Senate Democrats

Reid Floor Remarks On Republican Obstruction Of Qualified Judicial Nominee Caitlin Halligan

“President Obama’s judicial nominees have waited, on average, three to four times longer to be confirmed than those nominated by President George W. Bush.”

“If my Republican colleagues choose to filibuster [Caitlin] Halligan’s confirmation a second time, their naked partisanship will be exposed.”

Washington, D.C.Senate Majority Leader Harry Reid spoke on the Senate floor today regarding Republican obstruction of qualified judicial nominees. Below are his remarks as prepared for delivery:

William Gladstone, four-time Prime Minister of the United Kingdom, wrote that, “Justice delayed is justice denied.” By that measure, millions of Americans who rely on courts that are overworked and understaffed are being denied the justice they rightly deserve.

With one out of every 10 federal judgeships vacant, Americans can no longer rely on a fair and speedy trial. More than half the nation’s population lives in a part of the country that’s been declared a “judicial emergency.”

The high number of vacancies isn’t due to a lack of qualified jurists. It is due, instead, to blatant partisanship.

President Obama’s judicial nominees have waited, on average, three to four times longer to be confirmed than those nominated by President George W. Bush. Even highly-qualified nominees – nominees who are eventually confirmed unanimously or almost unanimously – routinely wait weeks or even months to be confirmed.

Tomorrow, the Senate will consider highly-qualified Caitlin Joan Halligan. Ms. Halligan has been waiting more than two years to be confirmed.

Ms. Halligan is nominated – for the second time – to fill a vacancy on the U.S. Court of Appeals for the D.C. Circuit. The D.C. Circuit considers complex appeals of federal regulations. And it has jurisdiction over vital national security challenges. It is also one of the many courts in crisis across this country.

A third of seats on the D.C. Circuit Court are vacant. The last appointment to the D.C. Circuit was made in 2006. And in the years since, the number of pending cases per judge has grown from 119 in 2005 to 188 today.

When Ms. Halligan was nominated to the D.C. Circuit in 2010, she was nominated to fill one of two vacancies on the court. More than two years later, Ms. Halligan’s nomination is again before the Senate. And the D.C. Circuit now has four empty seats.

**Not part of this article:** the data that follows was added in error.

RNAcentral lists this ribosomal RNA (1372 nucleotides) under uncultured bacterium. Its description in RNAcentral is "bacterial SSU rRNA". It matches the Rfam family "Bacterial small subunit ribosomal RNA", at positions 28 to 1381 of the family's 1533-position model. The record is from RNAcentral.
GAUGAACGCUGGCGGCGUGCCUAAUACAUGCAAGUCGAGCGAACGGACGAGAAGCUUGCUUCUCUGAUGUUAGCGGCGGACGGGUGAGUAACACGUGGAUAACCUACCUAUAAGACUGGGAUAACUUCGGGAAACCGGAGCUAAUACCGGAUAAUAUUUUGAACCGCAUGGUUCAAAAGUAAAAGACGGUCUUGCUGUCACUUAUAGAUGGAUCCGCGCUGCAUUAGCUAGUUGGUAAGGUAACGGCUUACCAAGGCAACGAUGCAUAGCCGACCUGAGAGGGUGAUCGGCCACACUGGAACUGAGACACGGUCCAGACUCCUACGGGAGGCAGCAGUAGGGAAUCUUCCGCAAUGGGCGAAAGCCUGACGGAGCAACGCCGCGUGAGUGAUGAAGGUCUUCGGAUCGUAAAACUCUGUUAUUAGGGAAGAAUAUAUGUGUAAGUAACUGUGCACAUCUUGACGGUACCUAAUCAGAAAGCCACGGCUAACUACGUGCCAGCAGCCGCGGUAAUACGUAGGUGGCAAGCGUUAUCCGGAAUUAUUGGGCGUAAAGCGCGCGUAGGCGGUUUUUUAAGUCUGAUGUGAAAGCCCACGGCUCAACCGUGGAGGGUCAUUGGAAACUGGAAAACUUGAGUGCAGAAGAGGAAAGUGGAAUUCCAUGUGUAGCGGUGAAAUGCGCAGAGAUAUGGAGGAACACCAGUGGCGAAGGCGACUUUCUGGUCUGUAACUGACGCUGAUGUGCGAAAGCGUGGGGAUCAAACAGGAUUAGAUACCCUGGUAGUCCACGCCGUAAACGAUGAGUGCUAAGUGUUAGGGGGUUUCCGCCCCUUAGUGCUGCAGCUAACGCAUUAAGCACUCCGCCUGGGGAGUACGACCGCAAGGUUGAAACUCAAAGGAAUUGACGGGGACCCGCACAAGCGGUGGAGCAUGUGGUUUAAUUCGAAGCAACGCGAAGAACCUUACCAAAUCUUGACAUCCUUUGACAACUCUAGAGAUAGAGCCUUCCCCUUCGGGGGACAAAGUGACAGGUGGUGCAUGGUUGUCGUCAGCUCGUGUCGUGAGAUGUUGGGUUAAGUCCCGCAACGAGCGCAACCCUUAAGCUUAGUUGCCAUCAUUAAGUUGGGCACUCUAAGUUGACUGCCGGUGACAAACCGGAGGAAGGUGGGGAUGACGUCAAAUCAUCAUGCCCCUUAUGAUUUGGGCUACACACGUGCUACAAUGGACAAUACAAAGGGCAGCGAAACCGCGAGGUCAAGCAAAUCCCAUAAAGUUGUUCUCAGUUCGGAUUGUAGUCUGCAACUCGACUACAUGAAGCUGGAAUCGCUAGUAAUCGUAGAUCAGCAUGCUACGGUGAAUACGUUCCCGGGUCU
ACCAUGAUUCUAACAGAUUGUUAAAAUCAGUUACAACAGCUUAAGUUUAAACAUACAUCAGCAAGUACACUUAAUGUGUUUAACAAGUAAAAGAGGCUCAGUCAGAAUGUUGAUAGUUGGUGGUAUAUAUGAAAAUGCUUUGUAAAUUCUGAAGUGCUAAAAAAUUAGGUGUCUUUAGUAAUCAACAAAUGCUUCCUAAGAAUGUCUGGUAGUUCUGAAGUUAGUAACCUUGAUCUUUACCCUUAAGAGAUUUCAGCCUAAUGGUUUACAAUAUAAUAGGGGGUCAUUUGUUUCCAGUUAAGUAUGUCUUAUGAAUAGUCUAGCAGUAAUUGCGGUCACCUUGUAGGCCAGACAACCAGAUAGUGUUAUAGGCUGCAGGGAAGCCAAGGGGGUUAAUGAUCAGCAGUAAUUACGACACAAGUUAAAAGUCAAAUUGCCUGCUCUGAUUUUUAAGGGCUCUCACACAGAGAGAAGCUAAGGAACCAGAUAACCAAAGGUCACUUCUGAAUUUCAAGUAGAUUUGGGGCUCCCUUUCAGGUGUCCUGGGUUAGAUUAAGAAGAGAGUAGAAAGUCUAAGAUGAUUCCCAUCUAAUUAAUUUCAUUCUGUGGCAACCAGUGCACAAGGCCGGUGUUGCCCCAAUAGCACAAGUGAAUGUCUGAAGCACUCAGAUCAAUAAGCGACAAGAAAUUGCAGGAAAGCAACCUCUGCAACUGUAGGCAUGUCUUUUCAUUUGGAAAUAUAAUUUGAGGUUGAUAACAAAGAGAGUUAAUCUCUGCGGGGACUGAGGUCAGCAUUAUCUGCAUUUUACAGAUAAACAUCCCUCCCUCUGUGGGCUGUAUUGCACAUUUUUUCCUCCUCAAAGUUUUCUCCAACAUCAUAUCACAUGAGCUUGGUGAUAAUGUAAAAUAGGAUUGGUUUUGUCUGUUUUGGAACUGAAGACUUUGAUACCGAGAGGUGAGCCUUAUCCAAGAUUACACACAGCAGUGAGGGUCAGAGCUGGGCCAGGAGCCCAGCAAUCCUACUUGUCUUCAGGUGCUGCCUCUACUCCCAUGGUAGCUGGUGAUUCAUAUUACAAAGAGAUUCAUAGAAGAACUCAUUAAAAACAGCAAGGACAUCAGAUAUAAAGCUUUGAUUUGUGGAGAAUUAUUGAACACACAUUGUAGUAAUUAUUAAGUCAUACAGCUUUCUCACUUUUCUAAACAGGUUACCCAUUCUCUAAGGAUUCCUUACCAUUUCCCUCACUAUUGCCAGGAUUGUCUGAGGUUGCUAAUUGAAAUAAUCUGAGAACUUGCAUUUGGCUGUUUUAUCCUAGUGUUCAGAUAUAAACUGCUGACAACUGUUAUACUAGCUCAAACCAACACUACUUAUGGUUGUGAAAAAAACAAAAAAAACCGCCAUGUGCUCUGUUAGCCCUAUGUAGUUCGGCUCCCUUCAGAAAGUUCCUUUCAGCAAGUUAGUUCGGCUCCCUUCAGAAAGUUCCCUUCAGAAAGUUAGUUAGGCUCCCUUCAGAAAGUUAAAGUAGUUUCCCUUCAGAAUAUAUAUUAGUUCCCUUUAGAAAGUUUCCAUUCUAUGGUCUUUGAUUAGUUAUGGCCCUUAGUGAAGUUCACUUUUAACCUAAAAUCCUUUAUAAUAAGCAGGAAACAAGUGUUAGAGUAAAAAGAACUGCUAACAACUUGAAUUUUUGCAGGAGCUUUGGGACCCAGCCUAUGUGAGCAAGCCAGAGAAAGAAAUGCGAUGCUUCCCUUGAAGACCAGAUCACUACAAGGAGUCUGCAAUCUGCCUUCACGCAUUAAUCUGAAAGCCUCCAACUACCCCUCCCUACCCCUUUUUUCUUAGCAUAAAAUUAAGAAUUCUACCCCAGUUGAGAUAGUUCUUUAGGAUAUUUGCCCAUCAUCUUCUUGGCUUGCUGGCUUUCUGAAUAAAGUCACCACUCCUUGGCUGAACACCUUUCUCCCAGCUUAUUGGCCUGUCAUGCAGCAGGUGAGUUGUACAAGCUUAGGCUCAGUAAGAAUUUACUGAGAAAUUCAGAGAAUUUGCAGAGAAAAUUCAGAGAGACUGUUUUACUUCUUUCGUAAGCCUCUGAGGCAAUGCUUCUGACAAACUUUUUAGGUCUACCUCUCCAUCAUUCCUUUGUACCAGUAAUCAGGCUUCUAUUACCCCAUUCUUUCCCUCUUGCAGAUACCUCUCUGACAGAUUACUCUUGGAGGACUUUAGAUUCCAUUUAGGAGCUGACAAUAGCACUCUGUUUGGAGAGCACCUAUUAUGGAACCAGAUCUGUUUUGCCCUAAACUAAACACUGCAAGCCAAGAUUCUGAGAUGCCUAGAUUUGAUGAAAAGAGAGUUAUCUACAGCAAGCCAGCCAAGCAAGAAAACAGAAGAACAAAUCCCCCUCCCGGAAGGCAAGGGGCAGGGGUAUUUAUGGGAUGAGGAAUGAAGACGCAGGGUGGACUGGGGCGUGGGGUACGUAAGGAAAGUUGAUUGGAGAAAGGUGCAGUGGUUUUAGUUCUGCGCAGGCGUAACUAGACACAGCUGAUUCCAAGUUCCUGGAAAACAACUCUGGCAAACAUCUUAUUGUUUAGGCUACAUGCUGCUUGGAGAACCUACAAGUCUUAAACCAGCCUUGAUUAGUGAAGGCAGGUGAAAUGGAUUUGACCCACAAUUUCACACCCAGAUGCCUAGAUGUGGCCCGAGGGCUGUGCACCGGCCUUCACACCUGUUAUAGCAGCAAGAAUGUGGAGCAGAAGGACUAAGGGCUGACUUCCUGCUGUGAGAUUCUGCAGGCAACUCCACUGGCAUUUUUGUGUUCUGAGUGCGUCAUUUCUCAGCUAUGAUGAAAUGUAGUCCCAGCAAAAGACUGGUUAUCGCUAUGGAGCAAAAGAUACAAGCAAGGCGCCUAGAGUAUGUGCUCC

The last time the Senate considered Ms. Halligan’s nomination, some of my Republican colleagues claimed the D.C. Circuit didn’t really need more judges. So they filibustered her confirmation. No one could credibly make that argument today. If my Republican colleagues choose to filibuster Ms. Halligan’s confirmation a second time, their naked partisanship will be exposed.

Patricia M. Wald, who retired after serving two decades on the U.S. Court of Appeals for the D.C. Circuit, said this of the confirmation process: “The constitutional system of nomination and confirmation can work only if there is good faith on the part of both the president and the Senate to move qualified nominees along, rather than withholding consent for political reasons.” A second partisan filibuster of this highly-qualified nominee by my Republican colleagues would be in very bad faith.

One qualified, consensus judicial nominee ought to be treated like another – regardless of the political party of the President that made the nomination. Yet President Obama is the only president in the 65-year history of the D.C. Circuit Court not to have a single judge confirmed during his first term.

It’s certainly not because his nominees are anything less than supremely qualified. Ms. Halligan’s colleagues have called her a “brilliant legal mind.” She has outstanding credentials and the strong support of appellate lawyers, former judges, law enforcement officials and more than 20 former Supreme Court clerks from across the political spectrum. She graduated with honors from Princeton and Georgetown University Law. She clerked for Judge Patricia Wald, who I quoted a moment ago, and for Supreme Court Justice Stephen Breyer.

If a truly exceptional candidate such as Caitlin Halligan isn’t qualified to be a judge in the United States of America, I don’t know who is.

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